28. 28.
    Bonner JA, Harari PM, Giralt J, Azarnia N, Shin DM, Cohen RB, et al. Radiotherapy plus cetuximab for squamous-cell carcinoma of the head and neck. N Engl J Med. 2006;354(6):567–78.PubMedCrossRefGoogle Scholar
  29. 29.
    EudraLex TRGMPitEU. Good Manufacturing Practice Medicinal Products for Human and Veterinary Use. Volume 4; Annex 3 Manufacture of Radiopharmaceuticals.Google Scholar
  30. 30.
    Reischl G, Ehrlichmann W, Bieg C, Solbach C, Kumar P, Wiebe LI, et al. Preparation of the hypoxia imaging PET tracer [18 F]FAZA: reaction parameters and automation. Appl Radiat Isot. 2005;62(6):897–901.PubMedCrossRefGoogle Scholar
  31. 31.
    Souvatzoglou M, Grosu AL, Roper B, Krause BJ, Beck R, Reischl G, et al. Tumour hypoxia imaging with [18 F]FAZA PET in head and neck cancer patients: a pilot study. Eur J Nucl Med Mol Imaging. 2007;34(10):1566–75.PubMedCrossRefGoogle Scholar
  32. 32.
    Trinkaus ME, Blum R, Rischin D, Callahan J, Bressel M, Segard T, et al. Imaging of hypoxia with 18 F-FAZA PET in patients with locally advanced non-small cell lung cancer treated with definitive chemoradiotherapy. J Med Imaging Radiat Oncol. 2013;57(4):475–81.PubMedCrossRefGoogle Scholar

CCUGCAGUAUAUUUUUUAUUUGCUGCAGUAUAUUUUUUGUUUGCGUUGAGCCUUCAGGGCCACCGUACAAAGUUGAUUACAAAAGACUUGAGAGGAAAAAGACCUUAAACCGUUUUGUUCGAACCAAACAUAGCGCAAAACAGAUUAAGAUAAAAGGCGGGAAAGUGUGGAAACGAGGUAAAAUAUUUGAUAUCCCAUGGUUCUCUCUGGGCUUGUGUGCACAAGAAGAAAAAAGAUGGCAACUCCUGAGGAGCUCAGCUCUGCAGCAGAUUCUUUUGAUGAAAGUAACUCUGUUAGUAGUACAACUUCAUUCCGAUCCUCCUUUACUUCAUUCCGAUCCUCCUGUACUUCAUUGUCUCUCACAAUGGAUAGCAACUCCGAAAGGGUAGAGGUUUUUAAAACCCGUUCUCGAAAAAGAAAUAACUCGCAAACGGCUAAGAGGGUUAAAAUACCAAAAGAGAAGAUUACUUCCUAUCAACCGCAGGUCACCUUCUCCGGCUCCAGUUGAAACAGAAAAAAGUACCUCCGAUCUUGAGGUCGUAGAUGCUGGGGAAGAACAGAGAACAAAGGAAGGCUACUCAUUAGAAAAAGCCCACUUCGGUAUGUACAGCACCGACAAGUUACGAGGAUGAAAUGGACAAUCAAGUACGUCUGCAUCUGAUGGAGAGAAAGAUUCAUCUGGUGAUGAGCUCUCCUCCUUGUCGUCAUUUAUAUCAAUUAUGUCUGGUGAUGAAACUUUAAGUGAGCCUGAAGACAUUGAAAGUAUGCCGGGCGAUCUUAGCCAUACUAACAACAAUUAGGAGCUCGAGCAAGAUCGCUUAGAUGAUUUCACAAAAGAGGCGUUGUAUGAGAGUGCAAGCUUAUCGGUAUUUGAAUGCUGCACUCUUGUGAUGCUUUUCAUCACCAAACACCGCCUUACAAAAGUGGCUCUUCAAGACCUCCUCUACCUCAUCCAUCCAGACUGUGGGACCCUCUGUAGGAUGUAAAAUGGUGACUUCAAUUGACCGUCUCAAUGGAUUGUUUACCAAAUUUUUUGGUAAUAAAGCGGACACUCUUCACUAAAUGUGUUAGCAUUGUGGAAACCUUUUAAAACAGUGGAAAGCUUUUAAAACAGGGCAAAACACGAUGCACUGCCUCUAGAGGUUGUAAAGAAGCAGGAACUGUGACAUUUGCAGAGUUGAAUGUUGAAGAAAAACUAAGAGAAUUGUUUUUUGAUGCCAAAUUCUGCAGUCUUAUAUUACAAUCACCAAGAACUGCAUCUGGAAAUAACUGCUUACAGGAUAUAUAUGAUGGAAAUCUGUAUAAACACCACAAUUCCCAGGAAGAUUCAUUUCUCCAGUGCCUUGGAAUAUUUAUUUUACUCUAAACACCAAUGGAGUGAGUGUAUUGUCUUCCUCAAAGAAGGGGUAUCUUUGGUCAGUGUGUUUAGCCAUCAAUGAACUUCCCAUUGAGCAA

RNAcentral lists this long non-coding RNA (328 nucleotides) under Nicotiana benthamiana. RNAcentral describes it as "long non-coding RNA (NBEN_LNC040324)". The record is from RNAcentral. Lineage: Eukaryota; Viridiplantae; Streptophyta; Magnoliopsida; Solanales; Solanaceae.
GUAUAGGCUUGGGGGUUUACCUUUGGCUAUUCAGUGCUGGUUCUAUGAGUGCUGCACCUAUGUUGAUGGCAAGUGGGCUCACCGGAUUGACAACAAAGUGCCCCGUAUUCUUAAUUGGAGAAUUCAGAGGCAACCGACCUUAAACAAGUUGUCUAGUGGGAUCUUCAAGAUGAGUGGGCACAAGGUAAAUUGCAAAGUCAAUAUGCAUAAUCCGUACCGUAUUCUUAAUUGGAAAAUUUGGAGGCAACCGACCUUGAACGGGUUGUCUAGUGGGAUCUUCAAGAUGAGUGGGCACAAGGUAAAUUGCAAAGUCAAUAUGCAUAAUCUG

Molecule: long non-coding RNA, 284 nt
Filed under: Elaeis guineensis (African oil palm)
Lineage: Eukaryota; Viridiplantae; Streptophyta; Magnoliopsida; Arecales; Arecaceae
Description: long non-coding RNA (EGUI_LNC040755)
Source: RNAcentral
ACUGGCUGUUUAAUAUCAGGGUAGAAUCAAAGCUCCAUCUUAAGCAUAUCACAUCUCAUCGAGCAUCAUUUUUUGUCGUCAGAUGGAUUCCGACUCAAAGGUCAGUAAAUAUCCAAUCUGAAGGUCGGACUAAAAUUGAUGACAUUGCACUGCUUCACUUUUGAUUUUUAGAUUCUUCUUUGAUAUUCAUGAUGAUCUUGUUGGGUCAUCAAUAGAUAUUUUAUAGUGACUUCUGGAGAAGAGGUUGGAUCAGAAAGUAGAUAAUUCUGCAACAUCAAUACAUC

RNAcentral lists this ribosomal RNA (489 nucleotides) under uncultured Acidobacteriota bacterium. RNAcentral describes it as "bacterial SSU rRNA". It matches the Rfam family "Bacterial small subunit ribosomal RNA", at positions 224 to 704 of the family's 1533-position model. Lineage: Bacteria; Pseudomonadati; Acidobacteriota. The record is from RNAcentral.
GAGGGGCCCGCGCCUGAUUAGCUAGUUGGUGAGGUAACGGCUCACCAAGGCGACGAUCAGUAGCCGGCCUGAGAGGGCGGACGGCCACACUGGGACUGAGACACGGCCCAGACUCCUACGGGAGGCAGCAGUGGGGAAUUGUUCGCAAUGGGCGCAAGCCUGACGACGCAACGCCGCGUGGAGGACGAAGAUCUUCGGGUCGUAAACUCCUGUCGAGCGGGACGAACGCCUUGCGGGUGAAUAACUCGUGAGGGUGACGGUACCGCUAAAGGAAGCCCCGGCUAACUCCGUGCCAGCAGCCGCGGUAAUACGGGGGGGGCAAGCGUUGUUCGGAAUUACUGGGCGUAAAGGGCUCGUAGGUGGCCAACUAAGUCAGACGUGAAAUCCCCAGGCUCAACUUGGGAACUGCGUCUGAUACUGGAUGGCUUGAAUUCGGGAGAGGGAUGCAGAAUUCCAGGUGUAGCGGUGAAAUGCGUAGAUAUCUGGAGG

33. 33.
    Busk M, Mortensen LS, Nordsmark M, Overgaard J, Jakobsen S, Hansen KV, et al. PET hypoxia imaging with FAZA: reproducibility at baseline and during fractionated radiotherapy in tumour-bearing mice. Eur J Nucl Med Mol Imaging. 2013;40(2):186–97.PubMedCrossRefGoogle Scholar
  34. 34.
    Mortensen LS, Johansen J, Kallehauge J, Primdahl H, Busk M, Lassen P, et al. FAZA PET/CT hypoxia imaging in patients with squamous cell carcinoma of the head and neck treated with radiotherapy: results from the DAHANCA 24 trial. Radiother Oncol. 2012;105(1):14–20.PubMedCrossRefGoogle Scholar
  35. 35.
    Grosu AL, Souvatzoglou M, Roper B, Dobritz M, Wiedenmann N, Jacob V, et al. Hypoxia imaging with FAZA-PET and theoretical considerations with regard to dose painting for individualization of radiotherapy in patients with head and neck cancer. Int J Radiat Oncol, Biol, Phys. 2007;69(2):541–51.CrossRefGoogle Scholar
  36. 36.
    Mahy P, De Bast M, Gallez B, Gueulette J, Koch CJ, Scalliet P, et al. In vivo colocalization of 2-nitroimidazole EF5 fluorescence intensity and electron paramagnetic resonance oximetry in mouse tumors. Radiother Oncol. 2003;67(1):53–61.PubMedCrossRefGoogle Scholar